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An SEO bubble is stopping great content from being found

November 6th, 2018 by Ross A Hall

Filed under : Content Marketing

An SEO bubble is stopping great content from being found

November 6th, 2018 by Ross A Hall

Filed under : Content Marketing

Every day I spend at least an hour reading articles, blog posts and commentaries. As I read I absorb the content. I reflect on it and ask whether it’s something I think others would find interesting. If the answer is yes, the chances are you’ll see it on my Twitter or LinkedIn timeline.

In recent weeks I’ve noticed I’ve been sharing less. Some of this is down to my focus being on a couple of specific research projects. Much is down to things becoming repetitive.

I’m trapped in an SEO bubble of dullness

I seem to have stumbled into a bubble where the same concepts are being shared in similar formats by different people. I’ve read countless discussions on the hamburger menu. There are endless “how to” marketing guides that are just repeats of things already well known and breakdowns of approaches I’ve read a hundred times before.

Sometimes the articles that appear are skyscrapers – pieces that take someone else’s work and cram in more keywords and repetition to get higher in the search engine rankings. Other times they’re written by someone who knows “content marketing” is a good idea, but lacks the ability to construct and edit compelling words.

It came to a head when I encountered a piece claiming Hemingway was a great inspiration for clarity in blogging, then ignored this theme completely and descend into a repetitive, meandering blandness. SEO keywords were present, a promise of a unique angle offered, disappointment maximised.

Damn you, SEO

Effective SEO is also taking its toll. I’m reading the same content as everyone else as my Google Alerts, Flipboard, email newsletters and Twitter presents the same articles from the same sites. A vicious feedback loop has formed as they share the same¬†articles, boosting their popularity, getting them onto lists where they’re reshared and around we go again. Reading it is one thing, but what’s the point of sharing it again other than to join the crowd for some reassurance?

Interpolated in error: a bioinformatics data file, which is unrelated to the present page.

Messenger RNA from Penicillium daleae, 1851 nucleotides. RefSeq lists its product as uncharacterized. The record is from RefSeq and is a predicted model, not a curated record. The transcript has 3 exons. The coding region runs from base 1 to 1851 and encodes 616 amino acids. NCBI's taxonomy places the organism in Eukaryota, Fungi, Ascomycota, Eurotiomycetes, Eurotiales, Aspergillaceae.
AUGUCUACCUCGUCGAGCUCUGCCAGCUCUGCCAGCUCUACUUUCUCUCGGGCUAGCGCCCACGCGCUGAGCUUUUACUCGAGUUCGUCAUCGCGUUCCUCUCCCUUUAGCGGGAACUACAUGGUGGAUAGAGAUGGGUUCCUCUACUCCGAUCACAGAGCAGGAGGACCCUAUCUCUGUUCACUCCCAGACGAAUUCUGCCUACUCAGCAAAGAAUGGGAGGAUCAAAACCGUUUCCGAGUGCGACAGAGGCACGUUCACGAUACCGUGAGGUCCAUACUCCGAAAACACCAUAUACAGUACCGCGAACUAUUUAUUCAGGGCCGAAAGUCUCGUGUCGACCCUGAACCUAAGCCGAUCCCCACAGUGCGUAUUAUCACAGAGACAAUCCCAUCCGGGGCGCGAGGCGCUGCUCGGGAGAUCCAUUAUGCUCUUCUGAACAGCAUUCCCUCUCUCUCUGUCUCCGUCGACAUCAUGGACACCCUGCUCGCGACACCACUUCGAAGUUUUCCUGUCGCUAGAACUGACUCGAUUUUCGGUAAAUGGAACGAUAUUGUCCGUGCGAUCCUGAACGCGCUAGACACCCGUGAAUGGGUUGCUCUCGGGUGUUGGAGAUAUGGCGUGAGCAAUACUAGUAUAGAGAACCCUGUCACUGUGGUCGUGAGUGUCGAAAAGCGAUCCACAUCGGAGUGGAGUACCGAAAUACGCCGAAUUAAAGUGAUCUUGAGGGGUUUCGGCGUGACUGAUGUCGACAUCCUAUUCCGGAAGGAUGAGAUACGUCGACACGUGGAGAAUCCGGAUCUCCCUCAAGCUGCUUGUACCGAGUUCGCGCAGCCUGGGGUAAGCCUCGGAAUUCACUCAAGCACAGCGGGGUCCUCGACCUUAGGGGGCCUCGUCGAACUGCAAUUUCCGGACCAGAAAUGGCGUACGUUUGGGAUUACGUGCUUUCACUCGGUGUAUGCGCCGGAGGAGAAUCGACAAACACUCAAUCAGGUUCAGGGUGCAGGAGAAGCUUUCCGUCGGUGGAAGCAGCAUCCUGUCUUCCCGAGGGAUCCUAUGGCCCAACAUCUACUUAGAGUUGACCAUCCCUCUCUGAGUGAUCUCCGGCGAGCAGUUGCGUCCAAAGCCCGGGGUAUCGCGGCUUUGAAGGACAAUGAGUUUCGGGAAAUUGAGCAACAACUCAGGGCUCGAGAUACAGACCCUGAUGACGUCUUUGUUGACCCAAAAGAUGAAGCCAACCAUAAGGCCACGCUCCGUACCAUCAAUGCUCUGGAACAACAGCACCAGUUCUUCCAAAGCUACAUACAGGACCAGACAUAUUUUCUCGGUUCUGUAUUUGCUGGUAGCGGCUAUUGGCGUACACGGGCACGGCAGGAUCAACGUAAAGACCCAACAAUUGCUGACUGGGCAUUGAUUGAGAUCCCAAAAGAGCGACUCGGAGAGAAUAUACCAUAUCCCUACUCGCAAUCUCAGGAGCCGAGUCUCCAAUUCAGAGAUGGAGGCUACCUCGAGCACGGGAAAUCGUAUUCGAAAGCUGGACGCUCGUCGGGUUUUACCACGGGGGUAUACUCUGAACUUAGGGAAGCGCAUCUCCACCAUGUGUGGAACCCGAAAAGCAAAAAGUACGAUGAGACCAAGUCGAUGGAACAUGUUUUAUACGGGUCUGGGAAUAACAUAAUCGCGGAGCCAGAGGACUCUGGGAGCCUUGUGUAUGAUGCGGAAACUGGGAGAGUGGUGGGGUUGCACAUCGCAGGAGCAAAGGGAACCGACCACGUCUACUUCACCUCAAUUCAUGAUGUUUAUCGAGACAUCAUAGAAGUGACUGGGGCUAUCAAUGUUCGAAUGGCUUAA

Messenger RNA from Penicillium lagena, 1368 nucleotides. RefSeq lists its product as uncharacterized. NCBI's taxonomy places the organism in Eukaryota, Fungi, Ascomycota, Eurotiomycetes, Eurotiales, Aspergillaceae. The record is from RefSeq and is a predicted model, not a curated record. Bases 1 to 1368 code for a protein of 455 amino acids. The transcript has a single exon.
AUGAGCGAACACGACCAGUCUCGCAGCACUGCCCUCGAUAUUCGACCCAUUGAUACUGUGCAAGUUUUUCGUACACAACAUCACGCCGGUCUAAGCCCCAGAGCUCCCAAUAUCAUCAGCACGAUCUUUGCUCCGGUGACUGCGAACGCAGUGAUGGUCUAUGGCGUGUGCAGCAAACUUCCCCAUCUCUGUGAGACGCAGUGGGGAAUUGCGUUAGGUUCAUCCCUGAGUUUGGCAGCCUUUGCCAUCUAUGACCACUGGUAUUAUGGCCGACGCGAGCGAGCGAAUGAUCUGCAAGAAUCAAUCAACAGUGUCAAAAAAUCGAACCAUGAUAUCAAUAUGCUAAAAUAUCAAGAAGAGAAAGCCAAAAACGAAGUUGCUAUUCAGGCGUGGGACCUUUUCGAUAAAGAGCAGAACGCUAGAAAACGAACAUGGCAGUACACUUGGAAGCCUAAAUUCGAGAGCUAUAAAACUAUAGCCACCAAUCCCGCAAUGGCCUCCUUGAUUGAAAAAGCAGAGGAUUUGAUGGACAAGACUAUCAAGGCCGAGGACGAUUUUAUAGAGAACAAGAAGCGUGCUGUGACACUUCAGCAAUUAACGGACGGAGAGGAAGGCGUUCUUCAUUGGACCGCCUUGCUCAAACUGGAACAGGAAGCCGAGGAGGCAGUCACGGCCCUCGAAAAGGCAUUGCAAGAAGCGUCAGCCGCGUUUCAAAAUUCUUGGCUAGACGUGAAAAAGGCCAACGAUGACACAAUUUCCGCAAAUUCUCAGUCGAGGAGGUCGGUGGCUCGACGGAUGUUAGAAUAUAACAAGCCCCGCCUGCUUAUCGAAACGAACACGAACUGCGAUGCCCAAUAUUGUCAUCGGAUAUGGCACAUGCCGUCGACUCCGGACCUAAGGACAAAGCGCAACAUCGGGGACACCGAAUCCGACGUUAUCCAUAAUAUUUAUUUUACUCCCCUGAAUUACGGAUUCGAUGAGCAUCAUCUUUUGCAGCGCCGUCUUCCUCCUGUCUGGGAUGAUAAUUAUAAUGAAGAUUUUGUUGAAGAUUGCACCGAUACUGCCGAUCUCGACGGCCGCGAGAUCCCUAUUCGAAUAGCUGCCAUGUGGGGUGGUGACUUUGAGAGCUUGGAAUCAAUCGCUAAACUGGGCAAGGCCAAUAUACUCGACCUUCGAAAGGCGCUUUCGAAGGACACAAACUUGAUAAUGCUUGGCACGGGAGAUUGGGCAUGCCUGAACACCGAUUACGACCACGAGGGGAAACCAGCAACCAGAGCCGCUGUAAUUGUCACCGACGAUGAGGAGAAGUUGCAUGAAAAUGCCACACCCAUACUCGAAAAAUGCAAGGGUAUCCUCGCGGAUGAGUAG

My approach to reading and sharing needs to change. I need to break the bubble’s surface and discover what else is out there.

An experiment to burst the SEO bubble

I’ve decided to start an experiment. Instead of relying on new things to read being pushed at me, I’ll go out and find it. I’m going past the first page of Google and digging deeper into the new content that’s being produced to find stuff that otherwise might be hidden. I’m turning my back on the big name sites and bloggers to hunt down the gems that might never otherwise appear.

What I don’t want to read are by-the-numbers, keyword heavy, bullet lists of why Steve Jobs had the perfect productivity hack. I want personal stories about how you found a way through a difficult situation. The missteps on the way interest me. Your lessons are insights I could benefit from.¬†I want to be inspired to nudge myself a little further forward.

How this experiment pans out I don’t know. I might find as much rubbish as I do at the moment. I might stumble on ground breaking content that blows my mind away. If I don’t try I won’t know.

You can help find inspiring ideas too

Perhaps this is also a cry for help from the millions of bloggers and writers and Twitter users out there. I want you to break your bubbles too. Stop writing the same things as everyone else. Stop sharing the same articles you see on your timeline that have been retweeted a hundred times before. Find something new, challenging and inspiring and bring it out from behind the first page on Google and the top of the Twitter timeline.

If we don’t then I’m afraid that far from being an amazing place to share ideas, we’ll find the Internet has just become an echo chamber of popularity.

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Ross A Hall
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